Bowie is mad alright. He wears his brain right out on his lapel like a dazzling boutonniere. It flashes and beckons you to come right along on a brilliantly entertaining and self-serving expedition….
Once David was content with being a likeable schizophrenic with a lot of promise. Recently, though, he has smashed his personality and scattered it in so many directions you need a magnet to gather them back again. Fortunately, he provides that magnet, which is his musical genius and authority. If now he is "the twisted name on Garbo's eyes" and in ten seconds "living proof of Churchill's lies," those conditions obtain because Bowie has brought them around through his songs….
No one can accuse David of holding back. More than half of side two [of Hunky Dory] is taken up with admonitions, scoldings and bits of advice directed at Andy Warhol and Bob Dylan. Andy seems to irk Bowie in some vague unfathomable way but he also fascinates him. In a song called "Andy Warhol," that artist is depicted as nothing less than a tousle-haired boring child, but on another track, "Fill Your Heart-Andy Warhol," Bowie simply urges him to forget his mind and become a lover. "Song For Bob Dylan" has been dated a bit by the release of "George Jackson" but the sincerity of Bowie's request that Dylan "gaze a while down the old street" is undiminished.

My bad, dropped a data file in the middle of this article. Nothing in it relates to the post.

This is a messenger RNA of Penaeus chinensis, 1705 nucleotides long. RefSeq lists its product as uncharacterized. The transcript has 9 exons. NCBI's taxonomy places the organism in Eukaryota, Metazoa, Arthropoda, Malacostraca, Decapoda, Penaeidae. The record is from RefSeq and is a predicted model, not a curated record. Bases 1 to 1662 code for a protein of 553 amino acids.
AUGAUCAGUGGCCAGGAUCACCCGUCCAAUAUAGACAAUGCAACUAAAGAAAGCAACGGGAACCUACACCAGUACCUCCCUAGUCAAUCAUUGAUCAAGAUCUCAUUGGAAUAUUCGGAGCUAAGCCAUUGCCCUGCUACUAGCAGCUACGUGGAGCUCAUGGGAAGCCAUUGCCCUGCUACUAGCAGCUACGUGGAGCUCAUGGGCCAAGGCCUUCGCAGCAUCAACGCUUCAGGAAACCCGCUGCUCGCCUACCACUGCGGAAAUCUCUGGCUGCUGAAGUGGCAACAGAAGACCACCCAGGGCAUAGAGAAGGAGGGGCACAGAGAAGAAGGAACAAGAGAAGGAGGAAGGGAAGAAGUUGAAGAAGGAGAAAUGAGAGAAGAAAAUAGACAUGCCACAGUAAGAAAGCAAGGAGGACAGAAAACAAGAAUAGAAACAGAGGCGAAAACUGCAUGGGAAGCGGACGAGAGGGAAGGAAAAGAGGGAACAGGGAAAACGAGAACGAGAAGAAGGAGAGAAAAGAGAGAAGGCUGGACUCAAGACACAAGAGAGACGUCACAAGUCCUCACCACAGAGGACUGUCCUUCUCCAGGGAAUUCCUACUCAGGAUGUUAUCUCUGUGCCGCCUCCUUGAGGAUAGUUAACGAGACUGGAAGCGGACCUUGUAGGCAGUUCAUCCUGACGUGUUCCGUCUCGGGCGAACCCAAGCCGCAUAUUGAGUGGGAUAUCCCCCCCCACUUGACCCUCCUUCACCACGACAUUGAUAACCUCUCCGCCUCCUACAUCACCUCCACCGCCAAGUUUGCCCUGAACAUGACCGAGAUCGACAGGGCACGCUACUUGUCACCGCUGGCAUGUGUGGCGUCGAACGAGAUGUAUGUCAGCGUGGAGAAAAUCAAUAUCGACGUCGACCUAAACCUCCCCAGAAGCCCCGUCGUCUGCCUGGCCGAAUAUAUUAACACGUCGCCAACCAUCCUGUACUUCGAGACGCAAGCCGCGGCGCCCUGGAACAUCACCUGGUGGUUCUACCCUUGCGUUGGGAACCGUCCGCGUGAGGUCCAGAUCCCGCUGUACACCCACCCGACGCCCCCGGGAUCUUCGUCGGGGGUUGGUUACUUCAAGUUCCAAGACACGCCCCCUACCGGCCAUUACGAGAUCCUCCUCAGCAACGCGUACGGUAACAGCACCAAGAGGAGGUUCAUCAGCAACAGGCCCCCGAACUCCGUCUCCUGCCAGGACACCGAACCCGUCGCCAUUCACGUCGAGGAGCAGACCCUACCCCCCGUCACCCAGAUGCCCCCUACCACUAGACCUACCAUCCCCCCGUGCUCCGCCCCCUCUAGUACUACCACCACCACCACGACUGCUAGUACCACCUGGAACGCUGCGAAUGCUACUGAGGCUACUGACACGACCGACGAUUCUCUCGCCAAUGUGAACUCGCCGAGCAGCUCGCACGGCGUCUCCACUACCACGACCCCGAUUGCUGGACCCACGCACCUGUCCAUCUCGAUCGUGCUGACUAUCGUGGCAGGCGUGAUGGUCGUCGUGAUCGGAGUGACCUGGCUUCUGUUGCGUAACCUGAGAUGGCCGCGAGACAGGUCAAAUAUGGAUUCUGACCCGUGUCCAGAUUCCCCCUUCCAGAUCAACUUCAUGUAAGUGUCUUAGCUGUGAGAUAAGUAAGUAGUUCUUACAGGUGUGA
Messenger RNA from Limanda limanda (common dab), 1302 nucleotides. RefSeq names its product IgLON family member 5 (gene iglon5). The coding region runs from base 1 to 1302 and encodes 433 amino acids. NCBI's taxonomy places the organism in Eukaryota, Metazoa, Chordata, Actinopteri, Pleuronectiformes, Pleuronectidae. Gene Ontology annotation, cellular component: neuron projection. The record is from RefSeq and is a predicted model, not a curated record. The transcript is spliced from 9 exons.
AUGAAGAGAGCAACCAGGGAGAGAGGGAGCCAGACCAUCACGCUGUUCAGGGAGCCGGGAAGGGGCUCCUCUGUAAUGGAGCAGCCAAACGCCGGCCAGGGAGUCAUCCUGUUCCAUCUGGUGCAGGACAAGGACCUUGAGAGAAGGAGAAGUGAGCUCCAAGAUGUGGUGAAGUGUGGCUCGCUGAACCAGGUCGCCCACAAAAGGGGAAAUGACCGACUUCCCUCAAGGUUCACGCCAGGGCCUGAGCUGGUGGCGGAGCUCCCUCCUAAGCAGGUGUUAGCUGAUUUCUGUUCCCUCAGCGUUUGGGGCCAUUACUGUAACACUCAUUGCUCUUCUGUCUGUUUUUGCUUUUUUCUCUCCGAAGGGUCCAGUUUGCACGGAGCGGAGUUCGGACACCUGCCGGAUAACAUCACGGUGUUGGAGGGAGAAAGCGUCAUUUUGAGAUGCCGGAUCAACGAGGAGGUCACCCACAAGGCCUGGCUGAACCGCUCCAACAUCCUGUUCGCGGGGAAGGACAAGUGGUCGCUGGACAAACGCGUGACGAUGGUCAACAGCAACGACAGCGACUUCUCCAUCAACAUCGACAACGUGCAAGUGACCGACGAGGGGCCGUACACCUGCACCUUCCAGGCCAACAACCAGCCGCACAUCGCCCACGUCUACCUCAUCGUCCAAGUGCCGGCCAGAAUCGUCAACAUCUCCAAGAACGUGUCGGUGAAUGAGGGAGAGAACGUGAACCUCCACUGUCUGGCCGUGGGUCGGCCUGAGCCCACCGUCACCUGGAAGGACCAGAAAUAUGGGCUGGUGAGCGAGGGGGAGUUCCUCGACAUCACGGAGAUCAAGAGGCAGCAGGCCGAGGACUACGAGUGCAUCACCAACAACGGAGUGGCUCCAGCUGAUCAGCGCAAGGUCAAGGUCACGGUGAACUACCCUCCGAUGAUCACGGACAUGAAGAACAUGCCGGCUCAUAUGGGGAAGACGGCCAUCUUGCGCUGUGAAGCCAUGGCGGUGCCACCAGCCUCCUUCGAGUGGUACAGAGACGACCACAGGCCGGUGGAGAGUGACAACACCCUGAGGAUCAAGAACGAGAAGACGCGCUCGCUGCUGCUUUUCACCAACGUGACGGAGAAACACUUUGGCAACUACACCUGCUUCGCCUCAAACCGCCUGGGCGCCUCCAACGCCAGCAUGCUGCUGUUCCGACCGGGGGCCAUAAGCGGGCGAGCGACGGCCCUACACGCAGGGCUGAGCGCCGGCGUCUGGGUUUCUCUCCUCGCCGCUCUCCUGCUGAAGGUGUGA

At least three more cuts are deserving of the appellation masterpiece. They are "Changes," "Life On Mars" and "Queen Bitch." Each is a perfect matchup of melody to the terrifyingly lovely lyrics which are Bowie's specialty. "Time may change me, but I can't trace time" is the thought of "Changes."… "Life On Mars" is a whirligig in the horror circus of society circa 1972 or whatever year you happen to be in. "Queen Bitch" is a lament for opportunities lost, told from the vantage point on an eleventh floor hotel room while hustlers shuffle for trade on the windy streets below.
By letting the string out of his mind, David Bowie has created an important, striking and lasting work of art. Hunky Dory is as beautiful as a scar and a hundred times more deep.
Ed Kelleher, "Records: 'Hunky Dory'," in Crawdaddy (copyright © 1972 by Crawdaddy Publishing Co., Inc.; all rights reserved; reprinted by permission), February 20, 1972, p. 15.